Both O’Sullivan’s curveball and changeup are major league pitches already, and he has solid command for his age. He’s got a few problems, however. His curveball is a hard curve that doesn’t have plus movement, so it acts more like a slider and is more of a groundball pitch than a swing-and-miss offering. His fastball has decent velocity, around 88-93, but it’s straight, so he has to command the pitch precisely or get hit around. He’s toyed with a two-seamer, but it doesn’t have plus movement either.
O’Sullivan has years to refine his command from good to great, though, and he already throws strikes, with just 20 walks in 64 2/3 MLB innings. He’s allowed 13 home runs, though, which underscores the need for him to throw quality strikes given his lack of an out pitch.
His career could go three directions. The bleakest is that he never learns command and is stuck wandering Triple-A for years, a la Josh Banks. The most optimistic is that he starts painting the corners with every pitch and turns into a Kyle Lohse-esque dependable fourth starter. The middle ground is that he’ll need to move to the bullpen, where he could pick up some velocity, to miss enough bats to have success, much like Tim Stauffer.
O’Sullivan alone seems like a reasonable, if underwhelming, price for Callaspo–you’re trading a 22-year-old possible fourth starter for a 27-year-old solid utility player. However, the Royals also get Will Smith, a 21-year-old pitcher who has seen Triple-A but will report to High-A, no doubt triggering many lame jokes about his name in Wilmington.
Smith, a lefty, was ranked as the Angels’ 15th-best prospect entering the year by Baseball America. He’s similar to O’Sullivan in that he’s advanced for his age–he actually made nine starts in Triple-A before his 21st birthday and wasn’t awful, with a 40/20 K/BB in 53 innings. He managed a 4.58 ERA and 31/13 K/BB in High-A for the Angels, which isn’t bad for the Cal League.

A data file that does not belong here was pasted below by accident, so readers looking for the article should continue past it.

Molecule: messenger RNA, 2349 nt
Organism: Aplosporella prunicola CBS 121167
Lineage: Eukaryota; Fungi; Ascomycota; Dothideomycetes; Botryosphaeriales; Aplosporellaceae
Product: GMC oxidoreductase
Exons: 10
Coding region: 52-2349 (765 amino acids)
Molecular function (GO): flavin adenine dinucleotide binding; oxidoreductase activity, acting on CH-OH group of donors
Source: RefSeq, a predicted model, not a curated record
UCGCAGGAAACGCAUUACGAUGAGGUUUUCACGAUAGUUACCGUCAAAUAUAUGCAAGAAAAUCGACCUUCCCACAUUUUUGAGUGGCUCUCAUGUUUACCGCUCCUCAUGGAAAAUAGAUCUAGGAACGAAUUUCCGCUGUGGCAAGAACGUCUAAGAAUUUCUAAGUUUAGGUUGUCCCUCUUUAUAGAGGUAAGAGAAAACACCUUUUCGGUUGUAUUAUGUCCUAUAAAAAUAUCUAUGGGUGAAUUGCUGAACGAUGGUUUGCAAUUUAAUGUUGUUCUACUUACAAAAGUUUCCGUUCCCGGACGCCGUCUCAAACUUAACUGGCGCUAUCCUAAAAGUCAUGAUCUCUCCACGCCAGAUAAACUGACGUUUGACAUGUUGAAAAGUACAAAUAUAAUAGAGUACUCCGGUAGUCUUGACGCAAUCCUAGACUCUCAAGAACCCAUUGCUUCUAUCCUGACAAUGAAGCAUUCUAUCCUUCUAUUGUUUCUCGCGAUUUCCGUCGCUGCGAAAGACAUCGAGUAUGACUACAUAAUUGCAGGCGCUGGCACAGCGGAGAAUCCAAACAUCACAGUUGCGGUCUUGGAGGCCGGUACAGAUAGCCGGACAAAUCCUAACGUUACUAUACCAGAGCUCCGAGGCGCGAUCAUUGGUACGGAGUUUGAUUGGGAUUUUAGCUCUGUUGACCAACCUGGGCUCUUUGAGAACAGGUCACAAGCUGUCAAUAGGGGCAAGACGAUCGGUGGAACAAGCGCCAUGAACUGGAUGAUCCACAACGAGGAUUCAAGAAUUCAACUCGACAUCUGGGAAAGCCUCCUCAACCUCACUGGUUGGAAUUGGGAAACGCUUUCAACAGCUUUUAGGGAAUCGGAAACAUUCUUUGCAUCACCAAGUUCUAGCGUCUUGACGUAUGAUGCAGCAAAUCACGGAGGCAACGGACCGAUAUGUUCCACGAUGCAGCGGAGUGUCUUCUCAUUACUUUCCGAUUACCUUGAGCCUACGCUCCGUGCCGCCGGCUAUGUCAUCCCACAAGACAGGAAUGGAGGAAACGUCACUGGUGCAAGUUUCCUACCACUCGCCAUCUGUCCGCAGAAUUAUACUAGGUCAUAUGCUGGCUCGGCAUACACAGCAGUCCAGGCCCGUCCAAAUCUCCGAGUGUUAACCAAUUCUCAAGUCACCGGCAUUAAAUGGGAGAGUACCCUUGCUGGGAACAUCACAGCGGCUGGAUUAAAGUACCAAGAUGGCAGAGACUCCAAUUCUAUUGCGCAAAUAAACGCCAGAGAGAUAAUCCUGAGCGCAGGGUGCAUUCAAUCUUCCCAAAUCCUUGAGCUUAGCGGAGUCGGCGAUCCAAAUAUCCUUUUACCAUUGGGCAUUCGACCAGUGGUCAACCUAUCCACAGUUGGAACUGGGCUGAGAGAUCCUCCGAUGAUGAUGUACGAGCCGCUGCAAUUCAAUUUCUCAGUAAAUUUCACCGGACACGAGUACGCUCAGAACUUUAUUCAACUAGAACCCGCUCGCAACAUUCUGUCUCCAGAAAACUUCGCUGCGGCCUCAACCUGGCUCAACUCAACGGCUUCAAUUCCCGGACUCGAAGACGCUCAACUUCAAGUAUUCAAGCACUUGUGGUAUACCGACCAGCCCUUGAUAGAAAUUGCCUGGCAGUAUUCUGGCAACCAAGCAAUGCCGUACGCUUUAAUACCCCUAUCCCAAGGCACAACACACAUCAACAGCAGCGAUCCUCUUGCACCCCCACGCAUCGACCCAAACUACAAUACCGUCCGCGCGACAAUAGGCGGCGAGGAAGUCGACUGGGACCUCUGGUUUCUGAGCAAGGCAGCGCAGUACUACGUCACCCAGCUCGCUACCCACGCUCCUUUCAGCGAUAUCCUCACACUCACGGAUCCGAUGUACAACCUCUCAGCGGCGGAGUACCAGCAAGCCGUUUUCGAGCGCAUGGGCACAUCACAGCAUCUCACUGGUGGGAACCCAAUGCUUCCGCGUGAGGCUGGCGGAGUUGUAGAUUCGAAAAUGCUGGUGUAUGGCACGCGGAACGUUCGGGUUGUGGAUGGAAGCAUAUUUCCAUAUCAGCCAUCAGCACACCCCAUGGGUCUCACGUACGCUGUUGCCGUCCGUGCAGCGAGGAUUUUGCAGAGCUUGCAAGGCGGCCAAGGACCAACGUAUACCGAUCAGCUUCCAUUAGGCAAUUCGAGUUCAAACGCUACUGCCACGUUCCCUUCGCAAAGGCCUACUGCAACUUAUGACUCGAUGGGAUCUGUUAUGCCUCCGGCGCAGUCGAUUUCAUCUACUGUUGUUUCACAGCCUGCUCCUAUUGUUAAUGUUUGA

Like O’Sullivan, Smith throws in the 88-93 range and has a power curveball that works better for grounders than for strikeouts. He’s still refining his changeup.
Smith looks almost like a lefthanded carbon copy of O’Sullivan on the scouting reports, and thus, he has similar career possibilities, although his lefthandedness likely bumps his career prospects up a notch.
It’s clear that something had to be done about the Angels’ third base situation, and Alberto Callaspo certainly stabilizes the position. However, Callaspo is still a below-average starter for the position, and the Angels gave up two pitchers who each have the potential to be as good as Callaspo is–essentially, a nice player to have, but not the sort of guy you build around by any means.
I can certainly see why the Angels made the deal, and the staggering difference between Wood and Callaspo could help them out in the standings the next two months, but anything can happen in the next two months. Callaspo could hit .350 and push the Angels into the playoffs, or he could slump to .200 and be Wood 2.0. Most likely, he’ll provide a significant boost, but isn’t likely to push the Angels past Texas in the West.
No matter what happens in the short run, the long run seems to favor Kansas City here, as they get two potentially okay players for one okay player. Two is better than one, and Callaspo’s salary is about to escalate as he hits arbitration, so he’s going to start getting paid market value for his services, while O’Sullivan and Smith will still be cheap for years. The only way this deal favors the Angels in the long run is if both O’Sullivan and Smith can’t improve their command and/or Callaspo tightens up his strike zone again. I’d think the Angels could get a better solution to their third base hole with other deals.
For another perspective on the deal, check out Michael Engel’s post on the trade at Kings of Kauffman.